• Play little songs that go up a few notes on the keyboard, and then down again. Let the child feel what you are doing.

Little Amber Card 16 Show parents to help their child understand the world by using sound symbols

  • Identify places, people and activities with different sound-makers.
  • For example, hang different windchimes by the doors of different rooms, and tinkle them as you go in with the child – they can be made of metal, wood, pebbles or shells.
  • Let the child feel them as well as listening to the sounds.
  • Give people who are important in the child’s life different jangly bracelets and show parents how to make the child aware of them.
  • Show parents how to give the child warning of what is going to happen next by making relevant sounds consistently. For example, tap the spoon on the bowl before it’s time to eat, and splash the water in the bath.

Making simple patterns in sound

Little Amber Card 17 Encourage parents to respond to patterns in sound that their child makes with their voice

  • Remind parents to give their child the time and the space to experiment with pattern making.
  • Tell them not to interrupt when their child is concentrating!
  • When the child pauses, show parents how to give them lots of encouragement to get going again: tickle them, wiggle them, ask them to do it again!
  • Show parents how to bounce their child up and down in time to the patterns of sound they make.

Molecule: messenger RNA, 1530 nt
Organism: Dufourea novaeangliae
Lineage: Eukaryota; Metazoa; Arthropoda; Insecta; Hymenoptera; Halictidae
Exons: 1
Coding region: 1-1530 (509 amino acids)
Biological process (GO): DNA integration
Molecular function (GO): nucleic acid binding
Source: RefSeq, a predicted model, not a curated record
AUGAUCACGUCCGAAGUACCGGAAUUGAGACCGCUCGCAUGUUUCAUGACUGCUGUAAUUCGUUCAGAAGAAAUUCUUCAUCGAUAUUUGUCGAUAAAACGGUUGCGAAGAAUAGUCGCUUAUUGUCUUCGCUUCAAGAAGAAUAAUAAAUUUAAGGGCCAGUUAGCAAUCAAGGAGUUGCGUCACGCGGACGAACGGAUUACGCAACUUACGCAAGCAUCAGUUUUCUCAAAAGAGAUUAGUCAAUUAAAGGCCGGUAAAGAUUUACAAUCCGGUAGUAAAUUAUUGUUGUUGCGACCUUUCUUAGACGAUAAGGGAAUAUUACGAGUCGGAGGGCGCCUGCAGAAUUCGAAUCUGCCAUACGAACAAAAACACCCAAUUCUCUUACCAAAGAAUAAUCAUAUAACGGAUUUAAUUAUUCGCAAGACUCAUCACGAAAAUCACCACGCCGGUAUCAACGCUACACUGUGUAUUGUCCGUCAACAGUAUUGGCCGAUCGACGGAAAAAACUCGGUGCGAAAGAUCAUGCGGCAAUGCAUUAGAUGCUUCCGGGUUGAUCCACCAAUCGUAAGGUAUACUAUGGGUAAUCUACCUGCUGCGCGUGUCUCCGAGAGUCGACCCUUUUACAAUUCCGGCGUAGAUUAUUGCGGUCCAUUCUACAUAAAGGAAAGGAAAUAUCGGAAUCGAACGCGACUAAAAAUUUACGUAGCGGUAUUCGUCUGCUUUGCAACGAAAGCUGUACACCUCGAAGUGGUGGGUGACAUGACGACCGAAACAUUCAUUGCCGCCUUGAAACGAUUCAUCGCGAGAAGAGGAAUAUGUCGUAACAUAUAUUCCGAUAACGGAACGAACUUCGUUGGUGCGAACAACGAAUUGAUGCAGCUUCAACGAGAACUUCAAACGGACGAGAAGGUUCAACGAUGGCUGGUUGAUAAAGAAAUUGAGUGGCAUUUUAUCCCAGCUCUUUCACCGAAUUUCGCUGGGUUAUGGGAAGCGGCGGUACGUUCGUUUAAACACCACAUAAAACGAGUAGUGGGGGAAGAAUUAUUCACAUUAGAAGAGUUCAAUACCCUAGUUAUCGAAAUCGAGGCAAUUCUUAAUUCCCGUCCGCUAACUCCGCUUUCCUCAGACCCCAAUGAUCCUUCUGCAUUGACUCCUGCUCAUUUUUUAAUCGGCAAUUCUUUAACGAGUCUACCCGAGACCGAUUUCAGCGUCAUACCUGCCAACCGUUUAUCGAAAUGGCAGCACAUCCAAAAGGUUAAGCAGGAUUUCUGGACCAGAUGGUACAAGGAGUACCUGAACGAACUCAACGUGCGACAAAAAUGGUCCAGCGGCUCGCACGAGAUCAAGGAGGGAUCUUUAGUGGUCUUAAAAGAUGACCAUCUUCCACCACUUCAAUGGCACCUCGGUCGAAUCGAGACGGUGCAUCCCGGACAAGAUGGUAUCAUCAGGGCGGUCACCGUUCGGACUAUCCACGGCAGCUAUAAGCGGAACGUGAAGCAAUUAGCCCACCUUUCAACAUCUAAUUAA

• If the child’s voice goes up and down, move their arms up and down in time with the pattern they are making.

Little Amber Card 18 Show parents how to help their child make simple patterns in sound on instruments and everyday sound-makers

  • Show parents the different ways in which their child may be able to make patterns in sound.
  • For example, put the child’s hand over yours while you tap a simple beat on a drum or a saucepan with your fingers, and then let them try on their own.
  • Show the child how to hold a stick to make a regular beat on instruments and other sound-makers.
  • Show the child how to make patterns in other ways too – with shakers and scrapers.
  • Remind parents that patterns start in the child’s head, not in their hands, so show them how to guide their child’s hand by placing it on top of their own, so that the child is always in control.

Little Amber Card 19 Show parents how they can help their child make patterns up and down a keyboard

  • Demonstrate to parents how to guide their child to play single notes with one finger on a keyboard (using either hand).
  • Next show parents how to help their child play a simple beat on one note.
  • Use the black notes and the white notes.
  • Remind parents of the importance of giving their child plenty of time to explore for themselves.
  • Then show parents how to support their child in playing simple patterns of two or three notes next to each other on a keyboard. They can sing as they play.